Has this ever happened to you?
You come across a position advertised on CNRG, Craigslist, Idealist, Mac’s List or any other nonprofit jobs board that interests you. You spend time on the organization’s website investigating its programs and mission, learning everything you can about it. You decide that it is an excellent fit for your passions and skill set. You spend hours crafting your resume to fit the job description and writing a cover letter to express your interest and explain why you would be a perfect fit for the position and the organization, and then you send the application materials to the designated email address. You wait and wait and wait, but you never receive a response acknowledging your application, an invitation to interview, nor even a “flush” letter.
A few months later, you start getting emails or envelopes in your mailbox from the organization. You open the email or mailing from the organization, hoping for an invitation to meet, or at least expecting a polite rejection letter saying that the organization had many great applicants, and while you had stellar skills and experience, they chose to interview and hire someone else. Instead, you find a request for financial support for the organization.
Surprised? Yes. Pleasantly surprised? No.
I have heard complaints about such issues from many jobseekers I have met at CNRG networking events and group conversations I have been involved with on Linked In. When people make the effort to apply for a position with an organization, they deserve to be acknowledged in a timely manner, not ignored. I understand that HR departments get dozens, scores, or even hundreds of applications for each job opening, but that does not excuse them from treating their applicants disrespectfully.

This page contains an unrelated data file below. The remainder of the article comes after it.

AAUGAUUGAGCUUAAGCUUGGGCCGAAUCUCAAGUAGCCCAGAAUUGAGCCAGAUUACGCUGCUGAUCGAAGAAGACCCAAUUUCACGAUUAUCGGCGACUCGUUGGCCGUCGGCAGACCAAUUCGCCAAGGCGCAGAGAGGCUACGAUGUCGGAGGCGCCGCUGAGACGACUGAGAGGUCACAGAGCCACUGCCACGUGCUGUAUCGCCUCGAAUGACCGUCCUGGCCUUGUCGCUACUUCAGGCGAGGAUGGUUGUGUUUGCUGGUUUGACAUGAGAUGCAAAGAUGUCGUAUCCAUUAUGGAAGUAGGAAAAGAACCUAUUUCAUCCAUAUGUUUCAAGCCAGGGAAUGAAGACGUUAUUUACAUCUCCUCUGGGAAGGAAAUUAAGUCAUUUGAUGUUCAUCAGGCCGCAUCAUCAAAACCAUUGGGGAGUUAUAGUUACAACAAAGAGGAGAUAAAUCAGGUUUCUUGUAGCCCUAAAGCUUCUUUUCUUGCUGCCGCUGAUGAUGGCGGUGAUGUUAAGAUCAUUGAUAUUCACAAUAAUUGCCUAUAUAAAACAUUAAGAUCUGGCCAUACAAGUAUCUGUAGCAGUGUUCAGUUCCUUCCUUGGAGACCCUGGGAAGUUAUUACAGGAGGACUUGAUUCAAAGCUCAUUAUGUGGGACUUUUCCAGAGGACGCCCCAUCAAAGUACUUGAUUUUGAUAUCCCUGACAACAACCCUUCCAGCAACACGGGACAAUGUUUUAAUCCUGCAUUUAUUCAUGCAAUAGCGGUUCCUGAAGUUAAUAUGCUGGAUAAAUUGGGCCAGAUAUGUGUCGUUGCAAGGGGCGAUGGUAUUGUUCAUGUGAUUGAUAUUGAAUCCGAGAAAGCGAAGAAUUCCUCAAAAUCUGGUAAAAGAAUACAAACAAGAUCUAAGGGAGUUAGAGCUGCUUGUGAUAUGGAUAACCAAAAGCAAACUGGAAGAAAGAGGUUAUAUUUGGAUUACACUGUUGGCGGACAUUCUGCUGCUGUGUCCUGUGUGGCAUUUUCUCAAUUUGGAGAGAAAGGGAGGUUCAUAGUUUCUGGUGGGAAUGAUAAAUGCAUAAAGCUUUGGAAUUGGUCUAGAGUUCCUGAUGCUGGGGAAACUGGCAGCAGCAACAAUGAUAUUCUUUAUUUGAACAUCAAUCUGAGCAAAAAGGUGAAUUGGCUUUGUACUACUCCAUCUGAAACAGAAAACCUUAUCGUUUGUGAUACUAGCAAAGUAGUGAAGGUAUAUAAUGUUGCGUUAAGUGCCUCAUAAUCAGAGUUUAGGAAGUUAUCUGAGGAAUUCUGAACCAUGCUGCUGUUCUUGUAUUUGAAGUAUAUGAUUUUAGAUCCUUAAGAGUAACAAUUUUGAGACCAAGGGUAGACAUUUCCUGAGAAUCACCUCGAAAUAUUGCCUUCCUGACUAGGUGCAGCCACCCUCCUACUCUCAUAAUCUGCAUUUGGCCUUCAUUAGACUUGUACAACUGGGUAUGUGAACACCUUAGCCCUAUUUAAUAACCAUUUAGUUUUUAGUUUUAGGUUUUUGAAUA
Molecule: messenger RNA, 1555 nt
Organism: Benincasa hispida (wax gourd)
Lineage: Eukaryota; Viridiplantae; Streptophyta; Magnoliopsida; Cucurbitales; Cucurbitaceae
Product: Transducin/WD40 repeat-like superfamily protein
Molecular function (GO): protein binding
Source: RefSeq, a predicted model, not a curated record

I have seen reports that, in the business sector, when companies have done a poor job of acknowledging and communicating with applicants, they lose the loyalty and business of those affected. Nonprofit organizations are no different. People will not be inclined to give to an organization if they feel they have been treated poorly and ignored.
When you are getting contact information from your Human Resources Director for your year end appeal, make sure that they have contacted applicants before you send out that request. Otherwise, it is likely that the recipient of the letter you are sending will ignore your appeal, just like your HR department ignored their effort and application, and the postage and envelope will be wasted.